Flooring Systems, Inc. v. Beaulieu Group, LLC

Filing 58

MEMORANDUM AND ORDER : IT IS HEREBY ORDERED that the motion of third-party defendant Next Architecture, L.P., to dismiss for lack of personal jurisdiction [Doc. # 39 ] is granted.. Signed by District Judge Carol E. Jackson on 5/10/16. (KKS)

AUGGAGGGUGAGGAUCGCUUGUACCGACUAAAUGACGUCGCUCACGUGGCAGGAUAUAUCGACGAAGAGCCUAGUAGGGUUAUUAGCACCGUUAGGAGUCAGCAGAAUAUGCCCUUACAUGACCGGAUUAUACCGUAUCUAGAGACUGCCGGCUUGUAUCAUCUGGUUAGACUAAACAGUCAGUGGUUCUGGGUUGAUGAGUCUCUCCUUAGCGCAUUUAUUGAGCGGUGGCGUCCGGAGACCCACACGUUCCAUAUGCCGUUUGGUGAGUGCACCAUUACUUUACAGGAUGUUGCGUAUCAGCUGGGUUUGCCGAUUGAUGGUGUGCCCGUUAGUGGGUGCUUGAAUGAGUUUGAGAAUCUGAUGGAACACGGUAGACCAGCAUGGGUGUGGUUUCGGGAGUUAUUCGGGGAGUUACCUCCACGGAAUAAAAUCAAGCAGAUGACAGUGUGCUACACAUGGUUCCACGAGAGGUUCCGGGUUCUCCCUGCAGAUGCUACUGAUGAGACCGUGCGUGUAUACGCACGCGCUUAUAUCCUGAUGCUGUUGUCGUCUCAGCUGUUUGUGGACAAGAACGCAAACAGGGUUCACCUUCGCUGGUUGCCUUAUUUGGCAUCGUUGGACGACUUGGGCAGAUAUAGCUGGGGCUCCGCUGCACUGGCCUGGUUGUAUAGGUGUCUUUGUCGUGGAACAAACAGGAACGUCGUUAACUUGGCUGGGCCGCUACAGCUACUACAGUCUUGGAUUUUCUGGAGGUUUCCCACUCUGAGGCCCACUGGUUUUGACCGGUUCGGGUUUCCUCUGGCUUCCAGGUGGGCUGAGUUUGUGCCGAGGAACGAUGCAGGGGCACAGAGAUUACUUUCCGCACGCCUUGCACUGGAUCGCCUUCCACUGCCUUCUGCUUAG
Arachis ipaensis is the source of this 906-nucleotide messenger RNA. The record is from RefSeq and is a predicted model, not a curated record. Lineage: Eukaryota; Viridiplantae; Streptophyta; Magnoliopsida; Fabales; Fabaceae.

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UNITED STATES DISTRICT COURT EASTERN DISTRICT OF MISSOURI EASTERN DIVISION FLOORING SYSTEMS, INC., Plaintiff, vs. BEAULIEU GROUP, LLC, Defendant/Third-Party Plaintiff, vs. CLAYCO, INC., and NEXT ARCHITECTURE, L.P., Third-Party Defendants. ) ) ) ) ) ) ) ) ) ) ) ) ) ) ) ) ) ) Case No. 4:15-CV-1792 (CEJ) MEMORANDUM AND ORDER This matter is before the Court on the motion of third-party defendant Next Architecture, L.P., to dismiss for lack of personal jurisdiction, pursuant to Fed.R.Civ.P. 12(b)(2), and for failure to state a claim, pursuant to Fed.R.Civ.P. 12(b)(6). Third-party plaintiff Beaulieu Group, LLC,1 has filed a response in opposition and the issues are fully briefed. I. Background In 2014, plaintiff Flooring Systems, Inc., purchased 160,000 square feet of carpet tiles from defendant Beaulieu Group, LLC. The carpet tiles were installed in an office building in Pennsylvania owned by nonparty ANSYS. After installation, the carpet tiles began to curl and demonstrate dimensional instability. Plaintiff initiated this action in state court, asserting claims of breach of contract and breach of 1 Also referred to by the parties as “Beaulieu of America” and “Bolyu.” express and implied warranties. Defendant removed the action to this court, asserting diversity of citizenship jurisdiction. Plaintiff is a Missouri corporation with its principal place of business in Missouri. Defendant is a Georgia limited liability corporation with its principal place of business in Georgia. Its members are not citizens of Missouri. Notice of Removal at ¶¶2-13 [Doc. #1]. On February 29, 2016, defendant filed a third-party complaint for indemnification and contribution against Clayco, Inc., the general contractor on the ANSYS project, and Next Architecture, LLP, the architect for the project. [Doc. #22]. Clayco is a Missouri corporation with its principal place of business in Missouri and Next Architecture is a Pennsylvania limited partnership with its principal place of business in Pennsylvania.2 Defendant alleges that it informed plaintiff and the third-party defendants that it would not warrant the installation unless they took steps to properly prepare the subflooring. According to defendant, the parties installed the carpet without heeding its advice. Defendant argues that any liability it may have to plaintiff was caused, in whole or in part, or contributed to, by the culpable conduct and negligence of Clayco and Next Architecture. Next Architecture argues that there is no personal jurisdiction over it in Missouri because it is a Pennsylvania entity, acting under contract to ANSYS, a Pennsylvania corporation, to provide architecture services for a project located in Pennsylvania. II. Legal Standards 2 Defendant has not identified the citizenship of all members of Next Architecture, LLP, which is required to establish diversity jurisdiction. Carden v. Arkoma Associates, 494 U.S. 185, 195 (1990) (diversity jurisdiction in a suit by or against a limited partnership entity depends on the citizenship of all the members). 2 When personal jurisdiction is challenged by a defendant, the plaintiff bears the burden to show that jurisdiction exists. Fastpath, Inc. v. Arbela Techs. Corp., 760 F.3d 816, 820 (8th Cir. 2014) (citations omitted). To successfully survive a motion to dismiss challenging personal jurisdiction, a plaintiff must make a prima facie showing of personal jurisdiction. K–V Pharm. Co. v. J. Uriach & CIA, S.A., 648 F.3d 588, 591 (8th Cir. 2011). A plaintiff’s prima facie showing “must be tested, not by the pleadings alone, but by affidavits and exhibits supporting or opposing the motion.” Id. at 592 (citation omitted). Where no hearing is held on the motion, the Court must view the evidence in a light most favorable to the plaintiff and resolve factual conflicts in the plaintiff’s favor; however, the party seeking to establish the court’s personal jurisdiction carries the burden of proof and that burden does not shift to the party challenging jurisdiction. Fastpath, Inc., 760 F.3d at 820 (citation omitted). The purpose of a motion to dismiss under Rule 12(b)(6) is to test the legal sufficiency of the complaint. Fed. R. Civ. P. 12(b)(6). The factual allegations of a complaint are assumed true and construed in favor of the plaintiff, “even if it strikes a savvy judge that actual proof of those facts is improbable.” Bell Atlantic Corp. v. Twombly, 550 U.S. 544, 556 (2007) (citing Swierkiewicz v. Sorema N.A., 534 U.S. 506, 508 n.1 (2002)); Neitzke v. Williams, 490 U.S. 319, 327 (1989) (“Rule 12(b)(6) does not countenance . . . dismissals based on a judge’s disbelief of a complaint’s factual allegations.”); Scheuer v. Rhodes, 416 U.S. 232, 236 (1974) (stating that a well-pleaded complaint may proceed even if it appears “that a recovery is very remote and unlikely”). The issue is not whether the plaintiff will ultimately prevail, but whether the plaintiff is entitled to present evidence in 3 support of his claim. Scheuer, 416 U.S. at 236. A viable complaint must include “enough facts to state a claim to relief that is plausible on its face.” Twombly, 550 U.S. at 570; see id. at 563 (stating that the “no set of facts” language in Conley v. Gibson, 355 U.S. 41, 45–46 (1957), “has earned its retirement”); see also Ashcroft v. Iqbal, 556 U.S. 662, 678–84 (2009) (holding that the pleading standard set forth in Twombly applies to all civil actions). “Factual allegations must be enough to raise a right to relief above the speculative level.” Twombly, 550 U.S. at 555. III. Discussion A. Personal Jurisdiction “Personal jurisdiction can be specific or general.” Fastpath, Inc., 760 F.3d at 820 (citation omitted). In this case, defendant argues that Next Architecture is subject to specific jurisdiction in Missouri. Specific jurisdiction refers to jurisdiction over causes of action arising from or related to a defendant’s actions within the forum state. Id. (citation omitted). “Specific personal jurisdiction can be exercised by a federal court in a diversity suit only if authorized by the forum state’s long-arm statute and permitted by the Due Process Clause of the Fourteenth Amendment.” Id. (quoting Dairy Farmers of America, Inc. v. Bassett & Walker Int’l, Inc., 702 F.3d 472, 475 (8th Cir. 2012)). To determine whether jurisdiction is established here, the Court must consider both whether Next Architecture’s actions fall within the purview of Missouri’s long-arm statute and whether the exercise of jurisdiction over Next Architecture by a Missouri court comports with due process requirements. See Myers v. Casino Queen, Inc., 689 F.3d 904, 909-10 (8th Cir. 2012) (holding that both long-arm and due process analyses are required under Missouri Supreme Court precedent). 4 1. Missouri Long-Arm Statute Missouri’s long-arm statute authorizes personal jurisdiction over defendants who, inter alia, transact business, make a contract, or commit a tortious act within the state. Mo.Rev.Stat. § 506.500.1. In adopting the long-arm statute, the Missouri legislature “intended to provide for jurisdiction, within the specific categories enumerated in the statutes[,] to the full extent permitted by the due process clause.” K–V Pharm. Co., 648 F.3d at 592 (quoting State ex rel. Metal Serv. Ctr. of Ga., Inc.v. Gaertner, 677 S.W.2d 325, 327 (Mo. 1984) (en banc)). In support of its motion to dismiss, Next Architecture submits the declaration of its owner/principal, Daniel Delisio. Delisio states that Next Architecture has not at any time owned or leased real property in Missouri, maintained offices or employees in Missouri, registered to do business in Missouri, had a designated agent for service of process in Missouri, had any directors, officers, or employees that reside in Missouri, maintained a mailing address, telephone or fax listing in Missouri, nor advertised, solicited, or transacted any business in Missouri. Delisio also states that Next Architecture did not enter into a contract with either plaintiff or defendant. [Doc. #40-1]. In response, defendant submits three sets of emails exchanged between employees of Clayco and plaintiff in February 2015, after the carpet tiles were installed. The emails pertain to plaintiff’s efforts to determine why the carpet tiles curled.3 [Doc. ##43-1 through 43-3]. Next Architecture employees were among the individuals copied on these emails, but the emails do not refer to, solicit 3 One set of emails is directed to scheduling a meeting of representatives from Clayco, defendant, plaintiff, and nonparty XL Adhesives at the ANSYS site; the other two emails address the results of laboratory testing of the carpet tiles. 5 information from, or request any action by Next Architecture employees. Defendant contends that the emails establish that Next Architecture transacted business, entered into a contract, and committed a tortious act in Missouri. Missouri courts construe “transaction of any business” broadly. Dairy Farmers, 702 F.3d at 476. A person or firm transacts business by visiting Missouri or sending its product or advertising here. Id. A single transaction may confer jurisdiction, if that is the transaction that gives rise to the suit. Chromalloy Am. Corp. v. Elyria Foundry Co., 955 S.W.2d 1, 4 (Mo. 1997). The February 2015 emails do not establish that Next Architecture transacted business in Missouri. First, Next Architecture did not author any of the emails. More significantly, communications with Missouri-based entities by mail, telephone, fax or email alone do not amount to the transaction of business. Dairy Farmers, 702 F.3d at 476-77. There is no evidence that Next Architecture delivered any product to or received any product from Missouri. It did not advertise in Missouri and no employee ever entered the state. Id. Next Architecture did not transact business in Missouri within the meaning of the long-arm statute. For purposes of the long-arm statute, a contract is made where acceptance occurs. Strobehn v. Mason, 397 S.W.3d 487, 498 (Mo. Ct. App. 2013). There is no basis presented here for finding that Next Architecture entered into a contract that was accepted in Missouri. Defendant does not allege the existence of such a contract in its third-party complaint. Furthermore, the only contract in the record to which Next Architecture is a party is the Consulting Services Agreement it entered into with ANSYS in Pennsylvania to perform services in Pennsylvania. Defendant argues that the February 2015 emails establish that plaintiff, Clayco, and Next 6 Architectures entered into a “carpet installation plan.” Even if the Court assumes that such a plan exists and constitutes a contract for the purposes of the long-arm statute, there is no basis for finding that Next Architecture was a party to the plan or that it was “accepted” in Missouri. “[E]xtraterritorial acts that produce consequences in the state” are subsumed under the tortious act section of the long-arm statute. Bryant v. Smith Interior Design Grp., Inc., 310 S.W.3d 227, 232 (Mo. 2010) (quoting Longshore v. Norville, 93 S.W.3d 746, 752 (Mo. Ct. App. 2002)). A party relying on a defendant’s commission of a tort within this state to invoke long arm jurisdiction must make a prima facie showing of the validity of his claim. State ex rel. William Ranni Associates, Inc. v. Hartenbach, 742 S.W.2d 134, 139 (Mo. 1987). Defendant argues that the emails establish that Next Architecture, acting with Clayco and plaintiff, committed a negligent act in Pennsylvania that caused injury to plaintiff in Missouri. Defendant’s assertion that the emails constitute proof that Next Architecture was negligent is wholly speculative. Furthermore, Missouri’s long-arm statute requires that the cause of action for which personal jurisdiction is sought arise from the doing of the enumerated act. Rafferty v. Rafferty, No. 4:15CV-1543 CAS, 2016 WL 319593, at *5 (E.D. Mo. Jan. 27, 2016) (citing Mo.Rev.Stat. § 506.500.3) (rejecting argument that adulterous conduct in state of Missouri created long-arm jurisdiction over defendant when the tort claims did not arise from the affair). Here, no party has asserted a cause of action for negligence and defendant cannot rely on a non-existent tort claim to establish long-arm jurisdiction. 7 The Court concludes defendant has not made a prima facie showing that the requirements of Missouri’s long-arm statute are satisfied. 2. Due Process Due process requires that the defendant purposefully establish “minimum contacts” in the forum state such that asserting personal jurisdiction and maintaining the lawsuit against the defendant does not offend “traditional conceptions of fair play and substantial justice.” K-V Pharm. Co. v. J. Uriach & CIA, S.A., 648 F.3d at 592 (quoting Burger King Corp. v. Rudzewicz, 471 U.S. 462, 464, 474–477 (1985)). The defendant must have engaged in “some act by which the defendant purposefully avails itself of the privilege of conducting activities within the forum State, thus invoking the benefits and protections of its laws.” Id. (citations omitted). This purposeful availment requirement is met where the “defendant’s conduct and connection with the forum State are such that he should reasonably anticipate being haled into court there.” Id. (citations omitted). Based on these principles, the Eighth Circuit has established five factors that must be considered in determining whether sufficient minimum contacts exist for personal jurisdiction: (1) the nature and quality of the contacts with the forum state; (2) the quantity of the contacts; (3) the relationship of the cause of action to the contacts; (4) the interest of [the forum state] in providing a forum for its residents; and (5) the convenience or inconvenience to the parties.” Although “the first three factors are primary factors, and the remaining two are secondary factors,” we look at all of the factors and the totality of the circumstances in deciding whether personal jurisdiction exists. Id. at 592-93 (alteration in original; citations omitted). Applying these factors, the Court concludes that Next Architecture’s contacts with Missouri are not sufficient to establish personal jurisdiction. 8 3. Jurisdictional Discovery Defendant argues that it should be allowed to take discovery on the issue personal jurisdiction. However, “[w]hen a plaintiff offers only speculation or conclusory assertions about contacts with a forum state, a court is within its discretion in denying jurisdictional discovery.” Dever v. Hentzen Coatings, Inc., 380 F.3d 1070, 1074 n. 1 (8th Cir. 2004) (citation omitted). Here, defendant’s assertion that Next Architecture had sufficient contacts with Missouri to support personal jurisdiction is supported solely by speculation, and its request for discovery will be denied. See Viasystems, Inc., 646 F.3d at 598 (affirming denial of jurisdictional discovery where plaintiff’s assertion that discovery “would likely” reveal contacts was “entirely speculative”). Because defendant has failed to meet its burden to establish personal jurisdiction over third-party defendant Next Architecture, it is unnecessary to address the argument that the third-party complaint fails to state a claim. Accordingly, IT IS HEREBY ORDERED that the motion of third-party defendant Next Architecture, L.P., to dismiss for lack of personal jurisdiction [Doc. #39] is granted. CAROL E. JACKSON UNITED STATES DISTRICT JUDGE Dated this 10th day of May, 2016. 9